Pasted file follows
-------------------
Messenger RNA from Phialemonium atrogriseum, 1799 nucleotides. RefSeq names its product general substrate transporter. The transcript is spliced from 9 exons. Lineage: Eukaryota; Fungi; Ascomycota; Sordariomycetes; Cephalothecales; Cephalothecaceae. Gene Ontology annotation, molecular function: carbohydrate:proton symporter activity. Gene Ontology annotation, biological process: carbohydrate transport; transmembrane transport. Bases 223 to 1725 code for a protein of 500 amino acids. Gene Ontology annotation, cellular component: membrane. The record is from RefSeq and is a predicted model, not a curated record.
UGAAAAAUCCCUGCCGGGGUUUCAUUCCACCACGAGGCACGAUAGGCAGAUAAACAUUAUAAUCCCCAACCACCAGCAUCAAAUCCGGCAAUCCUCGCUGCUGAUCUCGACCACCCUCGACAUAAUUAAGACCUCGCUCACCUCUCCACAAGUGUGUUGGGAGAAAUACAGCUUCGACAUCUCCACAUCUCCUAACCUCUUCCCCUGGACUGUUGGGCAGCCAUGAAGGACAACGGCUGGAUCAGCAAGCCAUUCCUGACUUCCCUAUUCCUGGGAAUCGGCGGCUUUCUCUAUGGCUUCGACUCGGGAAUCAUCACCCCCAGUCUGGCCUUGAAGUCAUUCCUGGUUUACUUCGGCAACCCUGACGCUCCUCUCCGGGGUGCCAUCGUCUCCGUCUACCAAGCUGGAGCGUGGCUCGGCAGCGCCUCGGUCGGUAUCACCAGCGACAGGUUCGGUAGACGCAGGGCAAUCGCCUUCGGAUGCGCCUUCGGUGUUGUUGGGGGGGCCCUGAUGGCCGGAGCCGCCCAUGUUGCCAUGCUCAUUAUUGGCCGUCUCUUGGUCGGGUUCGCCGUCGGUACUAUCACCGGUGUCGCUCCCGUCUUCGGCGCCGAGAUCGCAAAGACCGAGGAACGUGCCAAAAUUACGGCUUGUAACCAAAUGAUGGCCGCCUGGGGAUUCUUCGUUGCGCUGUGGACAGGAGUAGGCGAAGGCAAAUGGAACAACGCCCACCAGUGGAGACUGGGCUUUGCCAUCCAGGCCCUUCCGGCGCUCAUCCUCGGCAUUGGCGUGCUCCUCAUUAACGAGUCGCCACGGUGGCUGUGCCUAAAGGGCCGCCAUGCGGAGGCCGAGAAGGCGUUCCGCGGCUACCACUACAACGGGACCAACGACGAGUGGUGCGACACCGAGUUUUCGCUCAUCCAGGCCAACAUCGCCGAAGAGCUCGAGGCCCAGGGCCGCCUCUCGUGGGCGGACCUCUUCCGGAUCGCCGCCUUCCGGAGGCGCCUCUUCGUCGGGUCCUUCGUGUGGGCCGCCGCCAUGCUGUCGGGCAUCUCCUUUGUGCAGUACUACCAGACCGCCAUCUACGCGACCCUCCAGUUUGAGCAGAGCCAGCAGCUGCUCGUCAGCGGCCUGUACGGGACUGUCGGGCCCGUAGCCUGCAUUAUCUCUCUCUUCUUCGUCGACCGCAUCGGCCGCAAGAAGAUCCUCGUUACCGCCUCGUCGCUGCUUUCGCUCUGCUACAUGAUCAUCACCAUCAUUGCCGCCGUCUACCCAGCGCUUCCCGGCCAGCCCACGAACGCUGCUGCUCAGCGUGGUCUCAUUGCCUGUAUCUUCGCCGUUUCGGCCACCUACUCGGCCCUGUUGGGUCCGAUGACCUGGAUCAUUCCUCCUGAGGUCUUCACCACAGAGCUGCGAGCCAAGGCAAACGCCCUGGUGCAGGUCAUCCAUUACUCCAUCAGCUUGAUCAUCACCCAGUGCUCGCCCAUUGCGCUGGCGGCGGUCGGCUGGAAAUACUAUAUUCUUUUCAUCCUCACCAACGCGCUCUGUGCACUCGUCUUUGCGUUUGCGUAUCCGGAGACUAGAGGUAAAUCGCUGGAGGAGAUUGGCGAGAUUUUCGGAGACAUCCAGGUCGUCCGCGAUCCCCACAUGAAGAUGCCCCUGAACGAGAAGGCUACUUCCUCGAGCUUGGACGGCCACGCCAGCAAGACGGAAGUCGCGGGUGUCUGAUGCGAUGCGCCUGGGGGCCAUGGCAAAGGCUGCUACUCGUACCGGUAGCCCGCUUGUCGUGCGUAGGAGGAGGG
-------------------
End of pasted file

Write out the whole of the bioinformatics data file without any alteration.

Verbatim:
Messenger RNA from Phialemonium atrogriseum, 1799 nucleotides. RefSeq names its product general substrate transporter. The transcript is spliced from 9 exons. Lineage: Eukaryota; Fungi; Ascomycota; Sordariomycetes; Cephalothecales; Cephalothecaceae. Gene Ontology annotation, molecular function: carbohydrate:proton symporter activity. Gene Ontology annotation, biological process: carbohydrate transport; transmembrane transport. Bases 223 to 1725 code for a protein of 500 amino acids. Gene Ontology annotation, cellular component: membrane. The record is from RefSeq and is a predicted model, not a curated record.
UGAAAAAUCCCUGCCGGGGUUUCAUUCCACCACGAGGCACGAUAGGCAGAUAAACAUUAUAAUCCCCAACCACCAGCAUCAAAUCCGGCAAUCCUCGCUGCUGAUCUCGACCACCCUCGACAUAAUUAAGACCUCGCUCACCUCUCCACAAGUGUGUUGGGAGAAAUACAGCUUCGACAUCUCCACAUCUCCUAACCUCUUCCCCUGGACUGUUGGGCAGCCAUGAAGGACAACGGCUGGAUCAGCAAGCCAUUCCUGACUUCCCUAUUCCUGGGAAUCGGCGGCUUUCUCUAUGGCUUCGACUCGGGAAUCAUCACCCCCAGUCUGGCCUUGAAGUCAUUCCUGGUUUACUUCGGCAACCCUGACGCUCCUCUCCGGGGUGCCAUCGUCUCCGUCUACCAAGCUGGAGCGUGGCUCGGCAGCGCCUCGGUCGGUAUCACCAGCGACAGGUUCGGUAGACGCAGGGCAAUCGCCUUCGGAUGCGCCUUCGGUGUUGUUGGGGGGGCCCUGAUGGCCGGAGCCGCCCAUGUUGCCAUGCUCAUUAUUGGCCGUCUCUUGGUCGGGUUCGCCGUCGGUACUAUCACCGGUGUCGCUCCCGUCUUCGGCGCCGAGAUCGCAAAGACCGAGGAACGUGCCAAAAUUACGGCUUGUAACCAAAUGAUGGCCGCCUGGGGAUUCUUCGUUGCGCUGUGGACAGGAGUAGGCGAAGGCAAAUGGAACAACGCCCACCAGUGGAGACUGGGCUUUGCCAUCCAGGCCCUUCCGGCGCUCAUCCUCGGCAUUGGCGUGCUCCUCAUUAACGAGUCGCCACGGUGGCUGUGCCUAAAGGGCCGCCAUGCGGAGGCCGAGAAGGCGUUCCGCGGCUACCACUACAACGGGACCAACGACGAGUGGUGCGACACCGAGUUUUCGCUCAUCCAGGCCAACAUCGCCGAAGAGCUCGAGGCCCAGGGCCGCCUCUCGUGGGCGGACCUCUUCCGGAUCGCCGCCUUCCGGAGGCGCCUCUUCGUCGGGUCCUUCGUGUGGGCCGCCGCCAUGCUGUCGGGCAUCUCCUUUGUGCAGUACUACCAGACCGCCAUCUACGCGACCCUCCAGUUUGAGCAGAGCCAGCAGCUGCUCGUCAGCGGCCUGUACGGGACUGUCGGGCCCGUAGCCUGCAUUAUCUCUCUCUUCUUCGUCGACCGCAUCGGCCGCAAGAAGAUCCUCGUUACCGCCUCGUCGCUGCUUUCGCUCUGCUACAUGAUCAUCACCAUCAUUGCCGCCGUCUACCCAGCGCUUCCCGGCCAGCCCACGAACGCUGCUGCUCAGCGUGGUCUCAUUGCCUGUAUCUUCGCCGUUUCGGCCACCUACUCGGCCCUGUUGGGUCCGAUGACCUGGAUCAUUCCUCCUGAGGUCUUCACCACAGAGCUGCGAGCCAAGGCAAACGCCCUGGUGCAGGUCAUCCAUUACUCCAUCAGCUUGAUCAUCACCCAGUGCUCGCCCAUUGCGCUGGCGGCGGUCGGCUGGAAAUACUAUAUUCUUUUCAUCCUCACCAACGCGCUCUGUGCACUCGUCUUUGCGUUUGCGUAUCCGGAGACUAGAGGUAAAUCGCUGGAGGAGAUUGGCGAGAUUUUCGGAGACAUCCAGGUCGUCCGCGAUCCCCACAUGAAGAUGCCCCUGAACGAGAAGGCUACUUCCUCGAGCUUGGACGGCCACGCCAGCAAGACGGAAGUCGCGGGUGUCUGAUGCGAUGCGCCUGGGGGCCAUGGCAAAGGCUGCUACUCGUACCGGUAGCCCGCUUGUCGUGCGUAGGAGGAGGG